Two jars of kombucha with towels on the top.

Since it seems like the stay at home orders will go through the summer, here is another project to keep yourself busy at home! Recently, kombucha has become very popular, but the downside is it is fairly expensive to buy in stores. But don’t worry, kombucha is one of many fermented drinks that is super easy to make on your own. Home brewing is also far more sustainable as you avoid having to recycle all those glass bottles. 

So you may be thinking, what even is kombucha? Good question! Kombucha is a fermented drink that is usually made with green or black tea, sugar, and a culture of bacteria and yeast (usually called SCOBY, short for symbiotic culture of bacteria and yeast). Kombucha has been around for years but has recently become more popular due to its health benefits from the probiotics it contains. Probiotics are essentially live microorganisms that help clean and restore your gut (and also tastes really good)!

I first tried kombucha over 2 years ago at a farmer’s market in San Diego, and I have been drinking it ever since! It’s been about a year now that I have been brewing my own, and I hope after reading this you’ll be inclined to do so too. Before you begin brewing, you’ll want to make sure you have a glass, ceramic, or stainless steel container that you will ferment the tea in. Do not use any plastic containers because the acidity in the ferment can break down the plastic, and it will leach into the tea. 

Attaining a SCOBY

Before you start brewing your first batch, you’ll need to have a SCOBY and about a cup of starter tea. There are two ways of attaining this: if someone brews kombucha, they can give you one of their SCOBY’s and a cup of their last brew (this becomes your starter tea). If not, you can grow a SCOBY from scratch. 

To grow the culture you’ll need:

  • 3 cups boiling water
  • 2 black tea bags
  • 1/4 cup sugar
  • 2 cups raw unfiltered store bought kombucha (e.g., Health-Ade’s The Original)

Begin by steeping the two tea bags in the three cups of boiling water for 20 minutes. Next, remove the tea bags and mix in the sugar, then pour the bottle of kombucha into the mixture. You’ll want to cover this with a breathable towel and secure with a rubber band to make sure no fruit flies or dust get in. Place it in a dark cupboard, leave it for 2-3 weeks, and in no time you’ll have your own scoby and a batch of starter tea.

First Fermentation

A glass and a pitcher of kombucha.

For your first fermentation, you’ll need:

  • 16 cups of water
  • 12 black tea bags
  • 1.5 cups of sugar
  • Scoby + 2 cup starter 

The brewing process is fairly straightforward from here- the only thing to keep in mind is to brew in only a stainless steel or glass container (stay away from plastic as it will leach into the tea and can contaminate it). Start by boiling 8 cups of water and then brewing the 12 tea bags in the water for 10 minutes. Once done, remove the tea bags and add 8 more cups of water (doing it in this order will help cool down the mixture quicker). Then mix in the sugar and wait for the tea to cool down to 96º Fahrenheit or lower. If the temperature of the tea is any hotter, it will kill the SCOBY and nothing will ferment! Once it has cooled down, place the cup of starter tea and the SCOBY in the batch. Lastly, cover with a towel and secure it with a rubber band, then leave it in the dark cupboard for 7-10 days to ferment! The fermentation time will vary depending on your environment, but you will know it’s done when it loses the flavor of sweet tea and begins to taste sour.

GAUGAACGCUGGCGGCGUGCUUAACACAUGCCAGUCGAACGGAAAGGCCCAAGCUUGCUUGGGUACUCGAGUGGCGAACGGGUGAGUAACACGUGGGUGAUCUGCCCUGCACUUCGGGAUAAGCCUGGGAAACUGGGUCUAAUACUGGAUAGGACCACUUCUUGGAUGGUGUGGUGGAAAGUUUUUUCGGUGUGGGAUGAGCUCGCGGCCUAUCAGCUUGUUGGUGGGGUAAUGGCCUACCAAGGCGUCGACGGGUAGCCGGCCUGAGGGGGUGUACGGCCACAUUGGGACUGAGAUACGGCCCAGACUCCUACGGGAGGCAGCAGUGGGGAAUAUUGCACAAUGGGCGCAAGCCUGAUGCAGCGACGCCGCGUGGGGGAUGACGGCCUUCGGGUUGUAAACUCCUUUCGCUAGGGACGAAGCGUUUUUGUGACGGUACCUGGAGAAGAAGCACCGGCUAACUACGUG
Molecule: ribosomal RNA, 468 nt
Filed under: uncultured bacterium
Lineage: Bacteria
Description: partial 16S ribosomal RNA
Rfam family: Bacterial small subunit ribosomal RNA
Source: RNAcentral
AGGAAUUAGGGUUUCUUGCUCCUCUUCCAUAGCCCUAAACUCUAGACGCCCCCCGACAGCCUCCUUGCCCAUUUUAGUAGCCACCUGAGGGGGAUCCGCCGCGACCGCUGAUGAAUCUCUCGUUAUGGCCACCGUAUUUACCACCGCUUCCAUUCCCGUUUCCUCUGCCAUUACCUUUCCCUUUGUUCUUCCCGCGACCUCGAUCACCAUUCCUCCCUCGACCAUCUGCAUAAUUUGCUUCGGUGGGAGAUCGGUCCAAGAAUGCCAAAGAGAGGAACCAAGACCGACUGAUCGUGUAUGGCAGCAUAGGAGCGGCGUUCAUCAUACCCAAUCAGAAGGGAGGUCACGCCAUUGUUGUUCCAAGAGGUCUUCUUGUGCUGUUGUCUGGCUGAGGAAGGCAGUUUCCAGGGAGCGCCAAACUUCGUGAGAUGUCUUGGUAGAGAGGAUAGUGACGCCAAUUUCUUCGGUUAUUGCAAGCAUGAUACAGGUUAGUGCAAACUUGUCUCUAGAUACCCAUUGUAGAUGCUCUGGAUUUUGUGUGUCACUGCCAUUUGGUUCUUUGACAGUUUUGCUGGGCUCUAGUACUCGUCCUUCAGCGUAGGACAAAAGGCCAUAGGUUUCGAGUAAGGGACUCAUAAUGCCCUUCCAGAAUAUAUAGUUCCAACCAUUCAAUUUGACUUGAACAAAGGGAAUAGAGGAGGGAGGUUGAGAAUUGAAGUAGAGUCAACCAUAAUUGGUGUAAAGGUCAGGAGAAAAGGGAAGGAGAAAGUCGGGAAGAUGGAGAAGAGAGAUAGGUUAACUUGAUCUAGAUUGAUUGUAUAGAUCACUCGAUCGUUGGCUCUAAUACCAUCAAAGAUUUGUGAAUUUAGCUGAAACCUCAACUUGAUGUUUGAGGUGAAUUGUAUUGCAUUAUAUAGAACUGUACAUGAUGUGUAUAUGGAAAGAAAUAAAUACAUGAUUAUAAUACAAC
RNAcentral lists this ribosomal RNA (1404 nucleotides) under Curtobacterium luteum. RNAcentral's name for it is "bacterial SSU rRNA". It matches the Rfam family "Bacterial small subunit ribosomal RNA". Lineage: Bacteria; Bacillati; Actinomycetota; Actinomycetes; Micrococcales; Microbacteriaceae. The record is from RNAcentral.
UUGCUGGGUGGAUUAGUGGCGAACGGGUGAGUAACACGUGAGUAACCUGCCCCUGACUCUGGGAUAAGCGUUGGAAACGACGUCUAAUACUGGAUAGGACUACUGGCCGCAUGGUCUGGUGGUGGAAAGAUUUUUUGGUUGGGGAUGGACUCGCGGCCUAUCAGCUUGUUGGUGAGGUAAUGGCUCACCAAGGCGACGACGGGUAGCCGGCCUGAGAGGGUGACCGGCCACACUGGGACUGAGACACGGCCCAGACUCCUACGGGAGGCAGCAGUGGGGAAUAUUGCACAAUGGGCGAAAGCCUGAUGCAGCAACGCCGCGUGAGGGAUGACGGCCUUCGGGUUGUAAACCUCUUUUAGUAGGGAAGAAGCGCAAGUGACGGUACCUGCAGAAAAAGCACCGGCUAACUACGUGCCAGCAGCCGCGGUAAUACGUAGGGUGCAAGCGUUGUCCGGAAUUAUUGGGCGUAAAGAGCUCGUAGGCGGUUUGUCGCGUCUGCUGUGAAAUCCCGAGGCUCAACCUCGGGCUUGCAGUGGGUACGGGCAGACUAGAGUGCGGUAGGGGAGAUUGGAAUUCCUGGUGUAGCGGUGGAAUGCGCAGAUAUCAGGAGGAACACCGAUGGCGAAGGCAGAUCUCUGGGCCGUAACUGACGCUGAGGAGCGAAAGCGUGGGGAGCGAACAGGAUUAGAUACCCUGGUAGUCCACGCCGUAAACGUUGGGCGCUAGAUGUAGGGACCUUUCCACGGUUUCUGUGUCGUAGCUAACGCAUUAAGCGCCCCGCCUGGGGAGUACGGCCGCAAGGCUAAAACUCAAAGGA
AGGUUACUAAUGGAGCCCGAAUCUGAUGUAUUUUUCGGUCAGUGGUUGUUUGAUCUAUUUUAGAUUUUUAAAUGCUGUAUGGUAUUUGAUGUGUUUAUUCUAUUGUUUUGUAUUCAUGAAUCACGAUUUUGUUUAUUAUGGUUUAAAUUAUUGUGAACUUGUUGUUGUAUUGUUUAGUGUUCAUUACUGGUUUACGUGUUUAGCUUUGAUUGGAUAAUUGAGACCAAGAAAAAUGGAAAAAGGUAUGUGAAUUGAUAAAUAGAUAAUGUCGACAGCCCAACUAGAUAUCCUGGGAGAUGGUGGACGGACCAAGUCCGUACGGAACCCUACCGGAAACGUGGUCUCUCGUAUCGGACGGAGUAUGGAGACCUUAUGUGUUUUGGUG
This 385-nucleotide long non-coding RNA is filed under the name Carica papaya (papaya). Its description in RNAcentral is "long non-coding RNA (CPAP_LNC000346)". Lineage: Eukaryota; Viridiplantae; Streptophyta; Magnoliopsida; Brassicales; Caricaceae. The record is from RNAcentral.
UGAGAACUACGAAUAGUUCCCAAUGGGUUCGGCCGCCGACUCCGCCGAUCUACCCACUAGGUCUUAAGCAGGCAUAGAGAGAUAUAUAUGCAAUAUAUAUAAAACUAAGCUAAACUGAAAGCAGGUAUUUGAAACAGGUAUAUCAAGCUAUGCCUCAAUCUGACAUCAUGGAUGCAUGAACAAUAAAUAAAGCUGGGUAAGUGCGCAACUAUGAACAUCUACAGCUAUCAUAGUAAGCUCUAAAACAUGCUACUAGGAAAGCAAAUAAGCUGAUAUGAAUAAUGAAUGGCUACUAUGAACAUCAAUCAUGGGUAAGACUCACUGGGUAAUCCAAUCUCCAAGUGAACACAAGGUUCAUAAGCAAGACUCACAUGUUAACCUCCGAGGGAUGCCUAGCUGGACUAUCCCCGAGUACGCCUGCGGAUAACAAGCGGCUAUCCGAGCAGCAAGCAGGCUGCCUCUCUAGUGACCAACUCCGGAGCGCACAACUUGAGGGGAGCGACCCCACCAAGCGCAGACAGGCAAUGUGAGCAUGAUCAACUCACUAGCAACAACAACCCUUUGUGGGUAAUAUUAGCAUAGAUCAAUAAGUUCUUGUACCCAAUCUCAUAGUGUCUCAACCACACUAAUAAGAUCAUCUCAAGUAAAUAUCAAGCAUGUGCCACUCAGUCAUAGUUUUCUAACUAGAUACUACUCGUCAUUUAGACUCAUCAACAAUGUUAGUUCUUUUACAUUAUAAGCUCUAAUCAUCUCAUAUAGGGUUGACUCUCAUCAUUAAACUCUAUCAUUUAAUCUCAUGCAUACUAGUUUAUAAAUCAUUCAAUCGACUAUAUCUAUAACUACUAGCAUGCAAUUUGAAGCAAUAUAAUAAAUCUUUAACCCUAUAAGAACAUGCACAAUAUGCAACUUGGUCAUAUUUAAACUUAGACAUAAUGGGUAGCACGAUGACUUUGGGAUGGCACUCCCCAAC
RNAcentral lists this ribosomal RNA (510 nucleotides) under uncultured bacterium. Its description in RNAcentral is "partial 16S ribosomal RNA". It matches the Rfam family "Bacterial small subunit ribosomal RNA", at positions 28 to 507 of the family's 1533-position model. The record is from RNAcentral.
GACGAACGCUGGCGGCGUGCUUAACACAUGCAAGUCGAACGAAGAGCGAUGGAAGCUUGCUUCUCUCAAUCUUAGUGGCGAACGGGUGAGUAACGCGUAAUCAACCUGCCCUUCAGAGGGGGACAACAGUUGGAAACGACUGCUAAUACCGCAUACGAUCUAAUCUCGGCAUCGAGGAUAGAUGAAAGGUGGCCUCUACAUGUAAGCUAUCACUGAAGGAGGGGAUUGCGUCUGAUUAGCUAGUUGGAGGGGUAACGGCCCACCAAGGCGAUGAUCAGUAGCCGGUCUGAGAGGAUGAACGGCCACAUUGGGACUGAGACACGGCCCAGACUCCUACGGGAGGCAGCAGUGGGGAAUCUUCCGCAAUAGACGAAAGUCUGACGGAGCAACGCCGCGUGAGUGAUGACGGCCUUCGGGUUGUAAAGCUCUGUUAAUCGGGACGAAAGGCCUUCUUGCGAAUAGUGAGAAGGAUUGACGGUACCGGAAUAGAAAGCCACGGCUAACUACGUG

Second Fermentation

All ingredients required for the second kombucha fermentation.

Once the tea has fermented and changed from a dark brown to a light brown color, it is ready to be bottled and flavored. This step is optional since you can drink the kombucha after the first fermentation. However, this step is where carbonation and flavor build up. Don’t forget to leave two cups of this brew to use as your next starter tea in the next batch.

To flavor the tea, fresh fruit or fruit juice can be used, but keep in mind fresh fruit tends to build heavier carbonation. Any fruit works! I first started with whatever was laying around the house. This is a great way to prevent food waste by using up any lumpy fruit in your kitchen! You’ll want to add 4-6 small pieces to each glass bottle/container and then fill the bottle with kombucha, leaving about half an inch for it to breathe at the top. If using fruit juice, fill up 1/4 of each bottle with the juice.

Once all the bottles are filled, leave them on the counter for 3 days to carbonate. Each day you should come back and open each bottle to release the built up carbonation so the bottle doesn’t explode. This is also called “burping” the bottles. After burping the bottles for the third time, place them in the fridge for the night to stop the fermentation, and then you’re ready to enjoy your home brewed kombucha the following day!

It’s a pretty simple and straightforward process once you get the hang of it, and it’s a lot cheaper than buying the store brand bottles. A gallon of homemade kombucha ends up being between $1.50-3.00, depending on fruit, tea, and whatever else you choose to put in it! My brews have been an absolute hit with my friends and family, so I hope I have sparked your interest or that you give it a try. Let us know on our Instagram if you have any questions or if you give it a try! Happy brewing!